At a large two-transition race, there will be a bike bag for T1 and a run bag for T2. At many races, these bags often color-coded: for instance, blue for bike and red for run. Don’t just throw everything into the bags. Organize the items for easy access. For example, put your rolled up socks inside your running shoes. If you’re wearing a hat for the run, put your race belt, sunglasses, and nutrition inside the hat to create a package you can run with out of transition. At most races, you’re allowed access to your bags and the transition area for any last-minute checks on race morning—but allow yourself enough time if you need to get from T2 to the race start

Pro Tip: If you plan to carry a few gels, salt tabs, and other snacks for the run, put everything into a Ziploc bag so you can grab and go. Start your run and parcel out the nutrition while you’re on the move. The secret to a speedy transition is not to do anything standing still that you can do while you’re in motion.

RELATED: 10 Things Not to Bring to Your First Triathlon Transition

#3: Stand out

The plastic gear bags provided by the race will have your race number on them, but there could be hundreds or thousands of bags that look exactly the same. Make your bag stand out by adding an identifying marker. Adding strips of colored tape or a few stickers is a great idea. McGonigal confirms that Ironman race officials will not remove any colored tape or markings from transition bags. But don’t hang anything additional from the bag rack, because it’s not allowed and you don’t want to interfere with other athletes. If you’re at a race that doesn’t provide gear bags, then make sure you know what your transition area and gear look like.

Pro Tip: Try shortening the string on your gear bag when you hang it on the transition rack so it hangs a bit higher than all the others. This is a great way to make sure it stands out from the crowd.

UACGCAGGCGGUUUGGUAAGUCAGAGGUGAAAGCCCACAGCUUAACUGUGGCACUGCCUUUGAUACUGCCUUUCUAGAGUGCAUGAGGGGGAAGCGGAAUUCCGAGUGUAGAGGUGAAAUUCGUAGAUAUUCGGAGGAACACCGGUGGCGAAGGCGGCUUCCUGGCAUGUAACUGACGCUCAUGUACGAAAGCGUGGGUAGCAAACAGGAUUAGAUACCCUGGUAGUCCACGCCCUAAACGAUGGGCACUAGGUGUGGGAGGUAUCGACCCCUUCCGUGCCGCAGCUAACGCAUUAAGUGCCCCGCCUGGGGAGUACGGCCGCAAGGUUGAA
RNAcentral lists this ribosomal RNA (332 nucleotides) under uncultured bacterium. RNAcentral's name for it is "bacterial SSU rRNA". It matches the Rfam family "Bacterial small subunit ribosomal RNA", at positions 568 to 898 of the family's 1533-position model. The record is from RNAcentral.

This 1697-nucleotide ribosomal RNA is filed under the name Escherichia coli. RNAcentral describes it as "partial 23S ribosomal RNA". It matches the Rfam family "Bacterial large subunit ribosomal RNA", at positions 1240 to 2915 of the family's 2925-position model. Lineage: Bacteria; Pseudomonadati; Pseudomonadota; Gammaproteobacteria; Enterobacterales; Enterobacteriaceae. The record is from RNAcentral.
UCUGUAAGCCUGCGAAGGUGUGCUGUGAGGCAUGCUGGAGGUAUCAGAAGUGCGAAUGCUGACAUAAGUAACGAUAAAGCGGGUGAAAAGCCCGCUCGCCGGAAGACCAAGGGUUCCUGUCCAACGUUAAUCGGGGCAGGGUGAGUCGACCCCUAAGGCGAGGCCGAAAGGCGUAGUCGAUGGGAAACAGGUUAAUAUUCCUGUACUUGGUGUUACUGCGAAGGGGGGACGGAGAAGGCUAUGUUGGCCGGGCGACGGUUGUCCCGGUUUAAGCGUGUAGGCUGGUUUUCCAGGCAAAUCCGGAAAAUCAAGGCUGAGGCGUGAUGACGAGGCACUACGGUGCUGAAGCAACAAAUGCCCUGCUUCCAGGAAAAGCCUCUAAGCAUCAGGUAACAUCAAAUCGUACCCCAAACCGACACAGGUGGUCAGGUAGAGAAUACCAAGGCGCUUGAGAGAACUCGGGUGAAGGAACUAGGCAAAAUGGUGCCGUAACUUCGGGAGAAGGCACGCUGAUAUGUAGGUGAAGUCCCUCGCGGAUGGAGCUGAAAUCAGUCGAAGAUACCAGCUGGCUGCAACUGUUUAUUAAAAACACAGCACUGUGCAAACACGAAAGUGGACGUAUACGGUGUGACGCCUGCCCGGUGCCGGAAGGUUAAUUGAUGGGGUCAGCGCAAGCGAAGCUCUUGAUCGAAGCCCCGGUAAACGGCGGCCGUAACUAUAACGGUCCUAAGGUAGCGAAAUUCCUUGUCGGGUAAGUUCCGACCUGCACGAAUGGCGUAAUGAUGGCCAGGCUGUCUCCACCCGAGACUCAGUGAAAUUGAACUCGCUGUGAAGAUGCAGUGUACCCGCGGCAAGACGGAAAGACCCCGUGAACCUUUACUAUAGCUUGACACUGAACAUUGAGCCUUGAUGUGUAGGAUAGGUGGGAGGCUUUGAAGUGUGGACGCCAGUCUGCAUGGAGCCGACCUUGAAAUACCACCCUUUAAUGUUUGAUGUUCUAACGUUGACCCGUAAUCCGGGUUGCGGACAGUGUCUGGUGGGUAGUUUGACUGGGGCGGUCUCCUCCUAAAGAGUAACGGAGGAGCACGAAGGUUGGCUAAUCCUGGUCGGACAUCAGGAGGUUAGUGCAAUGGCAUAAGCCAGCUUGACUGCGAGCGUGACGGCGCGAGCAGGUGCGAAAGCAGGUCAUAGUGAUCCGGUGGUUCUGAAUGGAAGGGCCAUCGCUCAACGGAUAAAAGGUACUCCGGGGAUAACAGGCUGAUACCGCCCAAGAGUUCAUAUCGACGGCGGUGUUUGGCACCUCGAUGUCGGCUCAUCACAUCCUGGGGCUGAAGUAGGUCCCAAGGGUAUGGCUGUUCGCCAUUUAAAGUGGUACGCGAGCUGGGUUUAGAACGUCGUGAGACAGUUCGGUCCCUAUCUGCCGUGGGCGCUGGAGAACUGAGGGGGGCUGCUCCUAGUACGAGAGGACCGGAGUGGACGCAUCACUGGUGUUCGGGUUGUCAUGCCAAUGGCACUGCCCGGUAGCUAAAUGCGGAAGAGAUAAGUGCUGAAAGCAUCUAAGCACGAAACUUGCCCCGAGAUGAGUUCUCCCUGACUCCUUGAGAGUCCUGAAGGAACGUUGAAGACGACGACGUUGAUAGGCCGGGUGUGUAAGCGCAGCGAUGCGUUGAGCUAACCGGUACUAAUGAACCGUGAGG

RELATED: 4 Simple Tips for Fast, Olympic-Style Transitions

#4: Know the lay of the land

It’s always a good rule, not just at two transition races, to know the flow and ins and outs—commonly called “swim in” and “bike out,” or “bike in” and “run out.” Study the layout and walk through the transition areas from start to finish. Notice any landmarks in relation to where your bags are located. Is there a tree nearby? Is your bag hanging about halfway down the row? Look for immovable objects, because things like trashcans or cars might not be there on race day.   

“I think it’s always good for athletes to walk transition in advance of the race, so they know the flow and how to get where they need to go during the race,” McGonigal said. “This is especially true for split transitions where the layout and flow may be different between T1 and T2.”

Pro Tip: Count the number of rows and metal bars on the transition racks, so you know how many you need to run past in order to get to your gear. That’s something that won’t change on race day.

RELATED: The Role Muscle Memory Plays in Fast Transitions

#5: Prep mentally

Visualize every part of your transition process, from the location of your bag to what you plan to grab first. Imagine running in from the swim. You exit the water and strip off your swim cap and goggles. Run through the bag rack area looking for visual landmarks. Think about grabbing each item out of your bag, in a specific order, and dropping the rest inside before handing the bag to a volunteer and locating your bike. This mental exercise of going through the process, step by step, will solidify your plan, instill confidence, and calm nerves.

Pro Tip: If the worst happens, and you can’t locate your bag, McGonigal confirms that volunteers in transition are allowed to assist. Stay calm and work through solutions.

Triathlon transitions can seem complicated, and even more so when there are two of them, but organizing your gear, knowing the lay of the land, and using mental preparation will help you conquer a split transition race and maybe even shave a few seconds off your finish time in the process.

RELATED: Pretransition? Flying Mounts? How Paratriathletes Navigate the Transition Area

Jan Frodeno Reflects on His Final Ironman World Championship

Immediately after finishing 24th place at his final Ironman World Championships, the Olympic medalist (and three-time IMWC winner) explains what his race in Nice meant to him.